|Thursday, 05 April 2012 10:41
|Comment: Admin privileges "could have prevented" Global Payments breach
By Paul Kenyon, chief operating officer at privilege management company Avecto
The possibility that the breach at US processor Global Payments was caused by a compromised administrative account that was insufficiently protected shows that governance is a central requirement of modern IT security.
Financial services companies have a duty of care – and in many cases a firm legal obligation – to meet minimum security standards laid down by legislation and several governance organisations. With 1.5 million sets of card credentials going walkabout from the transaction processor’s computers, these standards have not been met, especially on the PCI DSS front.
As the PCI Security Standards Council says on its overview page (http://bit.ly/HpEHe6) `the keystone is the PCI Data Security Standard, which provides an actionable framework for developing a robust payment card data security process - including prevention, detection and appropriate reaction to security incidents’.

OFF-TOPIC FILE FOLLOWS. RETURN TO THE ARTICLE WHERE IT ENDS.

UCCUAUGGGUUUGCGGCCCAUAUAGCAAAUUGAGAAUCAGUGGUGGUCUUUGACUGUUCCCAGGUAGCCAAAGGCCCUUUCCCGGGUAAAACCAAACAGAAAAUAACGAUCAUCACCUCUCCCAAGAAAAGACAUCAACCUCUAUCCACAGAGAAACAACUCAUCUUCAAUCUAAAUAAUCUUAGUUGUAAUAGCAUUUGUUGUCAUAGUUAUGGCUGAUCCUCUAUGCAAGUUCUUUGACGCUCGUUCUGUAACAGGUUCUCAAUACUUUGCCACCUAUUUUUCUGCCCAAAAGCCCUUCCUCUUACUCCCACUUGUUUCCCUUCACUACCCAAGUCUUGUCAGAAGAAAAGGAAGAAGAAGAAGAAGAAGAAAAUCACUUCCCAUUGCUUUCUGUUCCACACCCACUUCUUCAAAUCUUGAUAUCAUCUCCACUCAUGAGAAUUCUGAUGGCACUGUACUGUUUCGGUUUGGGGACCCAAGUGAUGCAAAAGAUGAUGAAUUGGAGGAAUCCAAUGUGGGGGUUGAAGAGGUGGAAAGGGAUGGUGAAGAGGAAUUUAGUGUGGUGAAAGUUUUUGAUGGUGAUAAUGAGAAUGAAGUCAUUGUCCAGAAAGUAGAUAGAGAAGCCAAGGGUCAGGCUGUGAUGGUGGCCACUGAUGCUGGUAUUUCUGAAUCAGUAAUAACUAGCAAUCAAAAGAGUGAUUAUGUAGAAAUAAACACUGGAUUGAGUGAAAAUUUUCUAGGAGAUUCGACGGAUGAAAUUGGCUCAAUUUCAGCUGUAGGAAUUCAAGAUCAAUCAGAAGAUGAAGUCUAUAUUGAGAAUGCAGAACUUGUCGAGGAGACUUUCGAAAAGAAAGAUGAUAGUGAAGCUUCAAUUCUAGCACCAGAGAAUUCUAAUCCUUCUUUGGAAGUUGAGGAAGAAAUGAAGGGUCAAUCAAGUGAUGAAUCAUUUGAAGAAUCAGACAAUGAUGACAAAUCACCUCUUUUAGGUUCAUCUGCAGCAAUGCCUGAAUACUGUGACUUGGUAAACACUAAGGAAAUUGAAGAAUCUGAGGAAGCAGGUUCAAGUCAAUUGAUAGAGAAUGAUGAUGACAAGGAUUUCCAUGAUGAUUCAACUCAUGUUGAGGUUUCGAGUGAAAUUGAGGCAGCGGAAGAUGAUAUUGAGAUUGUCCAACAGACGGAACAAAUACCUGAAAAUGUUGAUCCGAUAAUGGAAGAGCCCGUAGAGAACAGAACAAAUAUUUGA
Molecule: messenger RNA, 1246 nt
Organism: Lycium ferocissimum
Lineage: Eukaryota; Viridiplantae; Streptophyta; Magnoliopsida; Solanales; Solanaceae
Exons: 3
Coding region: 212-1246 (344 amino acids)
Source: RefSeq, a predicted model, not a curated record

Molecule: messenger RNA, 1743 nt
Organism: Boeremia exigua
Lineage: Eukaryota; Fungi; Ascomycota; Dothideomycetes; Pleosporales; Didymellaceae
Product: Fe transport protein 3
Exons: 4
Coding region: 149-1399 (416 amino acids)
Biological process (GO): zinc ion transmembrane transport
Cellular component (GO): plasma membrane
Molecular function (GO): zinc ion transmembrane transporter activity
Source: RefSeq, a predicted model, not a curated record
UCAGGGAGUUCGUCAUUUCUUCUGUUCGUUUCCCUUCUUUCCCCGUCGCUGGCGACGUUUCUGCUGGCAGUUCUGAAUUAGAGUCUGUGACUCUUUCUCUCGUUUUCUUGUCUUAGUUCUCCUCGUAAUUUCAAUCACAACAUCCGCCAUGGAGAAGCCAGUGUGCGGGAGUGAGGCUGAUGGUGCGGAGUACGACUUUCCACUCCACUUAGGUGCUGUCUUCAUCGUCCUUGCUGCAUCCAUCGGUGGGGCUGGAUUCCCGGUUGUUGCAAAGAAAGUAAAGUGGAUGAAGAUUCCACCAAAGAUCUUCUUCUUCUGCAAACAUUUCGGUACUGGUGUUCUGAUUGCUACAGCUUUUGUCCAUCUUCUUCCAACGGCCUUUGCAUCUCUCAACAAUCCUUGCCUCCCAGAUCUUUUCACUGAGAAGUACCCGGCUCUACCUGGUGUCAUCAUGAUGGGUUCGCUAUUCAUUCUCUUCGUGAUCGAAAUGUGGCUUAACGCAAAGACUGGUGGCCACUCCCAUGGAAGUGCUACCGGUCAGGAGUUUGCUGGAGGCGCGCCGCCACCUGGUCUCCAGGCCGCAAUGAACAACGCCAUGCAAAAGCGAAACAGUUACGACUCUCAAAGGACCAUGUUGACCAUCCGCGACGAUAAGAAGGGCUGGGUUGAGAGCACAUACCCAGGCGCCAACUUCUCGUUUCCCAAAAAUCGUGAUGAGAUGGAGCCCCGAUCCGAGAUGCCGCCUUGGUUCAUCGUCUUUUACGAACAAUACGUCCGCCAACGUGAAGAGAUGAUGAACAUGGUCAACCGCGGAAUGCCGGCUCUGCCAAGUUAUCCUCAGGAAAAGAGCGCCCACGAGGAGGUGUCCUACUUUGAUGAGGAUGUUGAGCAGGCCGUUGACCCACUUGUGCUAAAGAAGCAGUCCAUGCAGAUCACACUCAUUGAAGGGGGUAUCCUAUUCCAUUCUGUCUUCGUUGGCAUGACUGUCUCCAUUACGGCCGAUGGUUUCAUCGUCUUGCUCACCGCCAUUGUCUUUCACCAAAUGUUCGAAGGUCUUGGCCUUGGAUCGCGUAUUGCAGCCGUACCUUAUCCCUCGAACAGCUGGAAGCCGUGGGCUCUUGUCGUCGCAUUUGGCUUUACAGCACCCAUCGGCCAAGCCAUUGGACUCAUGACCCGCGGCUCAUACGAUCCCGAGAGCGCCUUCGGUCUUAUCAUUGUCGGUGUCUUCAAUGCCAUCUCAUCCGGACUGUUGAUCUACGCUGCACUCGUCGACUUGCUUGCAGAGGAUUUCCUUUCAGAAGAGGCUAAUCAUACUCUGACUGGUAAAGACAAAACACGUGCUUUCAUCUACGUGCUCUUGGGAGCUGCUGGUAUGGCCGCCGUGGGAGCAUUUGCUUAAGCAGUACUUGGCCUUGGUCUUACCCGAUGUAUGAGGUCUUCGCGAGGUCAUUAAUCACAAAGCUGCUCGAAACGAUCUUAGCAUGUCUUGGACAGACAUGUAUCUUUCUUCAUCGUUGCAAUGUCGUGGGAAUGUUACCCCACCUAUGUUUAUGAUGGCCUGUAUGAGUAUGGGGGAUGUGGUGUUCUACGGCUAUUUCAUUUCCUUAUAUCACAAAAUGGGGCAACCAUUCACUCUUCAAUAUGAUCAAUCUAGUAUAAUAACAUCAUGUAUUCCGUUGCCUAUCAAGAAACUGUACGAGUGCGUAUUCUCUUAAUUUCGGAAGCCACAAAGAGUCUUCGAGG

Multiple security layers
More than anything, the data breach incident – as well as leaving a sour taste in a number of US and Canadian cardholders – teaches IT security professionals that data breaches can still occur in major financial services companies, but that multiple layers of security can go a long away to helping to prevent future data breaches of this type.
One leading security analyst has suggested that the privileged accounts that are reportedly at the heart of this breach need several layers of protection to properly insulate them from hackers.
Our observations on this breach suggest that minimising administrative privileges – an exercise in the principle of least privilege – would have gone a long way to preventing the breach.
In a properly designed, administered and maintained environment there is no requirement for any user to have administrative privileges on their day-to-day account. In addition there should be no account which has both administrative privileges and access to networks outside of the organisation, such as Internet or email services.
The use of privilege management technology can help to prevent the leak of data, as well as supporting the setting up of simple policies for on-going monitoring - and auditing - of all privileged activity.